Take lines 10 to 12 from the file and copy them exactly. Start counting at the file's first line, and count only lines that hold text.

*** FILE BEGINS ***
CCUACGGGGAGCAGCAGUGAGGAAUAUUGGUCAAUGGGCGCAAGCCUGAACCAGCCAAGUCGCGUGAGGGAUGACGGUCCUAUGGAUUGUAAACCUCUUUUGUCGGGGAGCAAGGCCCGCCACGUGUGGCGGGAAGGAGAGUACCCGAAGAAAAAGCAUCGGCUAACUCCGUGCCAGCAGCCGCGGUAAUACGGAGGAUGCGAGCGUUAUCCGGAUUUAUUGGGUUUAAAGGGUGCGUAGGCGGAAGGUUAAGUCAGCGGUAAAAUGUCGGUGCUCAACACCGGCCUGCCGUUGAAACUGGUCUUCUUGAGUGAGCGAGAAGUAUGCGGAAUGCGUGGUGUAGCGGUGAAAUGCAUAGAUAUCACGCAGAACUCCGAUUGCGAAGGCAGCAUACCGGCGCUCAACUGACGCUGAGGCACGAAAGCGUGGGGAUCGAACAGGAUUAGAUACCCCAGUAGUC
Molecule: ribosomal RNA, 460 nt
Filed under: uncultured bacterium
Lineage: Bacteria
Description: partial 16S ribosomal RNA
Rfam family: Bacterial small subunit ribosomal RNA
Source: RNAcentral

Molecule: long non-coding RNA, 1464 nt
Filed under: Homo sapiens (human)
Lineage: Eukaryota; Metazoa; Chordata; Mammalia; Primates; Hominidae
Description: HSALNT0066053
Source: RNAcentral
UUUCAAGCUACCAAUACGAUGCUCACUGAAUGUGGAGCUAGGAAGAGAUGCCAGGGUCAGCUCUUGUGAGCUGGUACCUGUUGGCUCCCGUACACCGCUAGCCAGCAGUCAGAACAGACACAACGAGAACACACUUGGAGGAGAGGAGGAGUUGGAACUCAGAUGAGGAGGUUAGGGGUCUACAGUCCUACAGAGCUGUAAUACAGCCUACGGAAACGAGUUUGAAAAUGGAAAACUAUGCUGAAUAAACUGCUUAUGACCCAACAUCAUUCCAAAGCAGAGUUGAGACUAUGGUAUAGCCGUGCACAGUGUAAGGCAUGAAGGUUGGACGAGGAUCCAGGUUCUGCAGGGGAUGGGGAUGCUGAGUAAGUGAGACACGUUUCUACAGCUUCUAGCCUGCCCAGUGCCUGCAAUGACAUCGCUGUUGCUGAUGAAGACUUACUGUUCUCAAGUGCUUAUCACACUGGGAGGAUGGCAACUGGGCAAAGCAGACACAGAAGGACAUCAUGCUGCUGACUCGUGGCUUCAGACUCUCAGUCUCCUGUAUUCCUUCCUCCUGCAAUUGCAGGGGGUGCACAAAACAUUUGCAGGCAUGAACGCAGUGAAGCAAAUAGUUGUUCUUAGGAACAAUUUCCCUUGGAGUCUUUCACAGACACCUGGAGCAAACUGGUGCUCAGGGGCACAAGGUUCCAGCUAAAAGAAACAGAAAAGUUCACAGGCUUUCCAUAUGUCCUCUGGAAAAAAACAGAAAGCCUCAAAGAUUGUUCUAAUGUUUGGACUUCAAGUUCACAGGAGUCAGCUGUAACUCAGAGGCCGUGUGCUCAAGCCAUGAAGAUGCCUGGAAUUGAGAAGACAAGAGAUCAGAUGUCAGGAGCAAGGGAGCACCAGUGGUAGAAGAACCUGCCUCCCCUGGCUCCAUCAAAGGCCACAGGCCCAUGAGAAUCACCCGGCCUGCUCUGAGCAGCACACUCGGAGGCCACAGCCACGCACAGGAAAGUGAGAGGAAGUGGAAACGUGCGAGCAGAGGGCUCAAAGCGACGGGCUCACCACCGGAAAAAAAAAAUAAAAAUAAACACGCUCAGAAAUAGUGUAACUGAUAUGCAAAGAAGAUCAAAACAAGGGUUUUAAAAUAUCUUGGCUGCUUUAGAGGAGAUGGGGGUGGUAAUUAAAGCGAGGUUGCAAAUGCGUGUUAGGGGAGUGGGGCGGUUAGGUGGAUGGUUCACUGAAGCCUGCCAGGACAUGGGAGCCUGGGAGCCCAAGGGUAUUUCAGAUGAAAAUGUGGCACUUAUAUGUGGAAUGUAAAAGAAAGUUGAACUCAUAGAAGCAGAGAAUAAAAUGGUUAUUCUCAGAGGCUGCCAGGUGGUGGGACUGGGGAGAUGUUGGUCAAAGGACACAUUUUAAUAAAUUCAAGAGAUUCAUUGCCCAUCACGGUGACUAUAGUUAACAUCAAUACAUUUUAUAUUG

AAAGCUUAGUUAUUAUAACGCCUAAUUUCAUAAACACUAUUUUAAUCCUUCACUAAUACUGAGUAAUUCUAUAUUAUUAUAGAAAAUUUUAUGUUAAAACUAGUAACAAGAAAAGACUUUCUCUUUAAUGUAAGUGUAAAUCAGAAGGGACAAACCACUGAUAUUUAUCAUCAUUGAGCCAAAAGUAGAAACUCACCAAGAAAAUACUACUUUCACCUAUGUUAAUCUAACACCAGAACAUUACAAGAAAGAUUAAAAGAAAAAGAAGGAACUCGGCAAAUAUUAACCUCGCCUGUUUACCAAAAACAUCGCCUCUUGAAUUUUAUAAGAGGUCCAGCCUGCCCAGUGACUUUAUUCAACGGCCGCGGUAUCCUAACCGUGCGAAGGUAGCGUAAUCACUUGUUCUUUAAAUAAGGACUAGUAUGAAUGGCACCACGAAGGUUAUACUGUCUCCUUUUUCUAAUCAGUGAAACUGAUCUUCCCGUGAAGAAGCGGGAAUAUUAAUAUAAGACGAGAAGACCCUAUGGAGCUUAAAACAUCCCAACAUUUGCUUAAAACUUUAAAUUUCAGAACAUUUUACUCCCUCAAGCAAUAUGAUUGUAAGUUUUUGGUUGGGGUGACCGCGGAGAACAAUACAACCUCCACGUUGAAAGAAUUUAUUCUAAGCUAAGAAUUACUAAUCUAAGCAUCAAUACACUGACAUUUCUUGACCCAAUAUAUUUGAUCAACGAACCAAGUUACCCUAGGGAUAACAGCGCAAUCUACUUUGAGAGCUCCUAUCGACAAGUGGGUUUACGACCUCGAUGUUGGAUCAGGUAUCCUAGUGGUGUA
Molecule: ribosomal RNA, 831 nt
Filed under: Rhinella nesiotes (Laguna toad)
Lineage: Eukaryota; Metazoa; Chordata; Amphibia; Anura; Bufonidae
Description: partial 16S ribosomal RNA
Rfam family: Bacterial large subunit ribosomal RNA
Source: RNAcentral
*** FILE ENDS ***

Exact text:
Lineage: Eukaryota; Metazoa; Chordata; Mammalia; Primates; Hominidae
Description: HSALNT0066053
Source: RNAcentral